Belgium Ratifies Prisoner-Exchange Treaty With Iran


BRUSSELS — After two days of contentious debate, Belgium’s Parliament has approved a much-criticized treaty with Iran that would allow prisoner exchanges between the two countries.

Critics of the treaty, which was ratified late Wednesday by a vote of 79 to 41, with 11 abstentions, argue that Belgium is giving in to a form of hostage-taking by Iran.

In late February, the Iranian authorities detained a Belgian aid worker, Olivier Vandecasteele, 41, on charges of espionage. His arrest was not made public, but on March 11, Belgium signed the prisoner-exchange treaty with Iran that was ratified on Wednesday.

Mr. Vandecasteele worked in Iran for several nongovernmental aid organizations for five years, but left in March 2021 after losing his job. He returned in February to pick up his personal belongings, but was arrested and imprisoned on the espionage charges, which the Belgian government said were baseless.

The detention of Mr. Vandecasteele was revealed by his family only this month.

Belgium’s justice minister, Vincent Van Quickenborne, defended the treaty to legislators. “Iran is a rogue state, but we don’t choose whom we talk to,” he said, emphasizing that freeing Mr. Vandecasteele was “our priority.”

But opposition legislators, led by the New Flemish Alliance, a right-wing nationalist party, said the government was giving in to blackmail from Tehran and putting more Belgians at risk.

Prime Minister Alexander De Croo insisted that the treaty was the only way to secure the release of Mr. Vandecasteele. “Belgium does not abandon its citizens,” he said in Parliament. “What do you tell his family, that we are going to let him rot in his cell?”

Iran, critics said, was pushing to secure the return of an Iranian diplomat convicted last year in Belgium to 20 years in prison for orchestrating a plot to bomb a 2018 meeting of Iranian opposition leaders in France. If the diplomat is allowed to return to Iran, he is likely to be immediately released rather than serving out his sentence there, the critics said.

The diplomat, Assadollah Assadi, 50, was found guilty in February 2021 of organizing the plot and providing explosives to a Belgian-Iranian couple to target the annual gathering of the National Council of Resistance of Iran, which normally features prominent foreign supporters like the former F.B.I. chief Louis J. Freeh and Rudolph W. Giuliani, the former New York mayor.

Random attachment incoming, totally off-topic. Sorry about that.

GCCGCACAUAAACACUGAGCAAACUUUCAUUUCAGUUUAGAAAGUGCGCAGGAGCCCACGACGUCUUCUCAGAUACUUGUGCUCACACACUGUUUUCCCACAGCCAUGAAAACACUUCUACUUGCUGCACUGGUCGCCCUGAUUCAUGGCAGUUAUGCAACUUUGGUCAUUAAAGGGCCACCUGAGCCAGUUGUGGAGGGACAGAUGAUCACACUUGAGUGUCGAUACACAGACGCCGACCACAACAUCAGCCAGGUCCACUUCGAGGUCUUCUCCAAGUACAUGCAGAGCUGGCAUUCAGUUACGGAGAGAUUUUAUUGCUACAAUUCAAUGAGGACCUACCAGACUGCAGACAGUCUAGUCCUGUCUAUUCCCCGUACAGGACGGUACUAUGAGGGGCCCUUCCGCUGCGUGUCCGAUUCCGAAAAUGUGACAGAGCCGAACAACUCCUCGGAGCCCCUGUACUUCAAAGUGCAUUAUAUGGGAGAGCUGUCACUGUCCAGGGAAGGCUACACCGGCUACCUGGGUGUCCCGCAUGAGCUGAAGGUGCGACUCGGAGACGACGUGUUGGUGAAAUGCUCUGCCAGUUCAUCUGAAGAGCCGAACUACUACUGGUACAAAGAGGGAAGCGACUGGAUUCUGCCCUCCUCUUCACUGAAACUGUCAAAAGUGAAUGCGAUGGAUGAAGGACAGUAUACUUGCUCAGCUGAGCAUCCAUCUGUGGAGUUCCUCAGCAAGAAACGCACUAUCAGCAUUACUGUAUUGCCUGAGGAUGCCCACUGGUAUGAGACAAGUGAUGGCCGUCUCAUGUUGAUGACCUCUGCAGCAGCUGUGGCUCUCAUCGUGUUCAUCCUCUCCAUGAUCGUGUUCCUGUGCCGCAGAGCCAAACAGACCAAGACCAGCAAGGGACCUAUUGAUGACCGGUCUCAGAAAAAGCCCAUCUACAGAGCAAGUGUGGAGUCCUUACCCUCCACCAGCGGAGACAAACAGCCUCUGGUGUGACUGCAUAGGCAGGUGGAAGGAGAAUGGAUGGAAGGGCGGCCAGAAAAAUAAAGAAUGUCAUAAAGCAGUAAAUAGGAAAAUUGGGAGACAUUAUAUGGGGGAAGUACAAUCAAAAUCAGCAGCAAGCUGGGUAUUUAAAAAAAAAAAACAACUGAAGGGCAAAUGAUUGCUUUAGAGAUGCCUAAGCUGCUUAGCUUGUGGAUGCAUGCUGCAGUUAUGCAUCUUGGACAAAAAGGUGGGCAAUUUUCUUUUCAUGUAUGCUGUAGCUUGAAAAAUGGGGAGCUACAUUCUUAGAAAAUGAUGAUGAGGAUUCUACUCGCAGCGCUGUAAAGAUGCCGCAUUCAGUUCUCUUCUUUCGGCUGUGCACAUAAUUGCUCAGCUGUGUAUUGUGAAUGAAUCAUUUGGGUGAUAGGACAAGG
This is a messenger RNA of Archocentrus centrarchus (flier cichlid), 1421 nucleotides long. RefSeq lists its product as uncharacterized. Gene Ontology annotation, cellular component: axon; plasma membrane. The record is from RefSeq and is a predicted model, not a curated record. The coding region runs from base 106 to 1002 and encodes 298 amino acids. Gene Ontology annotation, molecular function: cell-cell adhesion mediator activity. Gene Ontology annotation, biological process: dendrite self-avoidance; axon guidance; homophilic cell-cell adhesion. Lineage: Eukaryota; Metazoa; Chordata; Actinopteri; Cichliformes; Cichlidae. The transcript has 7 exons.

Mr. Assadi, the Belgian court ruled, was working for Iranian intelligence under his diplomatic cover from Iran’s Embassy in Austria and so had no immunity in Belgium.

Iran has demanded his release, and even Mr. Van Quickenborne said to Parliament that after Mr. Assadi’s arrest, Belgium and its 200 citizens in Iran had become targets. “From Day 1, we have felt pressure from Iran, and the security situation of our interests has deteriorated systematically,” he said. But he denied any direct link between the treaty and the Assadi case.

In a statement on Thursday, the National Council of Resistance of Iran, which had lobbied hard against the treaty, condemned its ratification as “shameful.” Belgium’s vote, it said, would provide “the highest incentive for the religious fascism ruling Iran to step up terrorism and to use hostage-taking as much as possible for the release of its arrested terrorists and agents.”

The council is the political wing of the Mujahedeen Khalq, which seeks to overthrow the Islamic government of Iran.

The treaty would permit Iranians convicted in Belgium to serve their sentences in Iran, and Belgians convicted in Iran to serve their sentences in Belgium. But the treaty also allows each party to grant amnesty, and critics say that there is little doubt that Mr. Assadi would be set free.

Mr. Assadi, prosecutors said at his trial, brought about a pound of the explosive triacetone triperoxide and a detonator to Vienna from Iran in his luggage and then drove it to Luxembourg. There, he handed it over on June 30, 2018, to the Iranian-Belgian couple at a Pizza Hut. Mr. Assadi was arrested at a service station in Germany, where he did not have diplomatic immunity, as he drove back to Austria.

The couple had been granted political asylum and later citizenship in Belgium. They were arrested as they drove to Paris from Antwerp on the day of the rally. A fourth defendant was an associate of Mr. Assadi’s who was supposed to guide the couple at the rally.



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